Asian markets advanced Thursday as U.S. lawmakers approved legislation that will end the government shutdown and raise the debt ceiling.
The Senate passed the measure by a wide margin Wednesday evening, and the House followed suit. President Obama signed the bill into law in the early hours of Thursday.
Senate Majority Leader Harry Reid said Wednesday that the Senate agreement will reopen the government and fund it until January 15. It will also raise the debt limit until February 7, saving the country from defaulting on its bills.
The bill also sets up budget negotiations between the House and Senate for a long-term spending plan.
Investors are bound to be relieved by the last-minute measure, which will remove the threat of default and avoid a shock to the global financial system.
With Democrats and Republicans at loggerheads, investors had prepared themselves in recent days for the unthinkable.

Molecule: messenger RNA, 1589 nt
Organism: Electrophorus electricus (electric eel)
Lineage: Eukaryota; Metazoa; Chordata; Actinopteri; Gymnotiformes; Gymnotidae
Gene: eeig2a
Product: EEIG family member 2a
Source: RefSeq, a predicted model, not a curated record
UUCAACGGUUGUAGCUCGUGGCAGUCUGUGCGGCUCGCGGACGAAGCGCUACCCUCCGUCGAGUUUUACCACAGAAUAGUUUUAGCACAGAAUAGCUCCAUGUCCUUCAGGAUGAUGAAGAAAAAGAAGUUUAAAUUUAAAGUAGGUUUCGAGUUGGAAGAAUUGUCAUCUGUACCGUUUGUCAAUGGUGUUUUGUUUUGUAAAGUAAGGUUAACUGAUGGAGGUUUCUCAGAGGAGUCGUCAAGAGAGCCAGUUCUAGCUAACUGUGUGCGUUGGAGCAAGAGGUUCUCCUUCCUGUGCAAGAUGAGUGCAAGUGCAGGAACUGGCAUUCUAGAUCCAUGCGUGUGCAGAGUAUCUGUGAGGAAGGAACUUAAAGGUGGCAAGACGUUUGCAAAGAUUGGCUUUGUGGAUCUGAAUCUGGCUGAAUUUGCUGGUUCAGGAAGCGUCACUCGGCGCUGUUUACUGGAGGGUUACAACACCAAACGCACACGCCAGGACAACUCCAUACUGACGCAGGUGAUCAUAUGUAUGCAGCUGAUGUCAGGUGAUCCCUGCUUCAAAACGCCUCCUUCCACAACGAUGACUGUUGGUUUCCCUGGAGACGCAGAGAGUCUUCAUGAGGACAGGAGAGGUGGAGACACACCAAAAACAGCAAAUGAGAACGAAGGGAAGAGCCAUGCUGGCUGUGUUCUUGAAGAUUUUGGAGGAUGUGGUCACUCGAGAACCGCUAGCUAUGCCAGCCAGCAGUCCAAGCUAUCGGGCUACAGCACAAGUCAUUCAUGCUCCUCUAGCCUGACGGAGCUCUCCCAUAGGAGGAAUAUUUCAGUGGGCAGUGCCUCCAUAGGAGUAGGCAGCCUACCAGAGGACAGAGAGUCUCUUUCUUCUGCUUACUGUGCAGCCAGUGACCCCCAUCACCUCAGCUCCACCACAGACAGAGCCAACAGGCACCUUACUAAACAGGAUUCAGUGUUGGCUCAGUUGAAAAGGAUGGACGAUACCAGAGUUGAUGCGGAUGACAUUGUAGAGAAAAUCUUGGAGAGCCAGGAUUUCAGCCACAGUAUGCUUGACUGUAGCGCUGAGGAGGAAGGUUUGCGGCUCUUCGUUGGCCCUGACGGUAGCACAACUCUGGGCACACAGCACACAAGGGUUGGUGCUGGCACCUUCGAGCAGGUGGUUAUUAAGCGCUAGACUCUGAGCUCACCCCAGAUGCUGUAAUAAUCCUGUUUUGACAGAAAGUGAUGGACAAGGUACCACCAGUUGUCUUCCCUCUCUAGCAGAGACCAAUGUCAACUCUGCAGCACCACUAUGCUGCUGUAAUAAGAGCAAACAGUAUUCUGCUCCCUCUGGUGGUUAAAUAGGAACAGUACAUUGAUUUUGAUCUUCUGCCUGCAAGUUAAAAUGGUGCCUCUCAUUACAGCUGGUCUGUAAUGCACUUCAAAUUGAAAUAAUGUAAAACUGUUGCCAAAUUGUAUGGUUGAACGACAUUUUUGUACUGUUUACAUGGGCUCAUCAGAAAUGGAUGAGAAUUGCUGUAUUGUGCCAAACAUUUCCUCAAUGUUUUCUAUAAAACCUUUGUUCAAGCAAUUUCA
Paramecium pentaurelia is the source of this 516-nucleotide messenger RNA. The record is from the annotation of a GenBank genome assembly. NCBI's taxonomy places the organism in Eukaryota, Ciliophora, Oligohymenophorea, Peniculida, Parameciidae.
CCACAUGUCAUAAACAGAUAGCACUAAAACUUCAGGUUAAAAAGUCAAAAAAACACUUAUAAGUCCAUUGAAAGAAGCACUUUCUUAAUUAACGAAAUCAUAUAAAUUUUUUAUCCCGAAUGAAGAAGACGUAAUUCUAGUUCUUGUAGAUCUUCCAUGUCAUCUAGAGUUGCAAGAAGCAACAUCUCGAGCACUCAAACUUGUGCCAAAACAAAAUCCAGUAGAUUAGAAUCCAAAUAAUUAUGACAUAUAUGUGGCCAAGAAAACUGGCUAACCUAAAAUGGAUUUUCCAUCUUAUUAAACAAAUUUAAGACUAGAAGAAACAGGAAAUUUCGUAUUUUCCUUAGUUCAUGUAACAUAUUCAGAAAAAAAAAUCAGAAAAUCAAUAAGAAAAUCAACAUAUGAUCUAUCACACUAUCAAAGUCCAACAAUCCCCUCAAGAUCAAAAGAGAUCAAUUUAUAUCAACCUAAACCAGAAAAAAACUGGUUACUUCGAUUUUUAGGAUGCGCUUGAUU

Interest rates on short-term Treasuries soared, and big money market funds run by Fidelity, JPMorgan and Charles Schwab reduced their exposure to U.S. debt maturing in late October and November.
The Chicago Mercantile Exchange, which operates the world’s biggest derivatives market, asked investors to stump up more cash to trade in financial products that provide protection against rising interest rates.
Still, risks remain. Some analysts say Congress is merely kicking the can down the road — and a default threat could reemerge in February as the Treasury Department approaches its extended borrowing limit.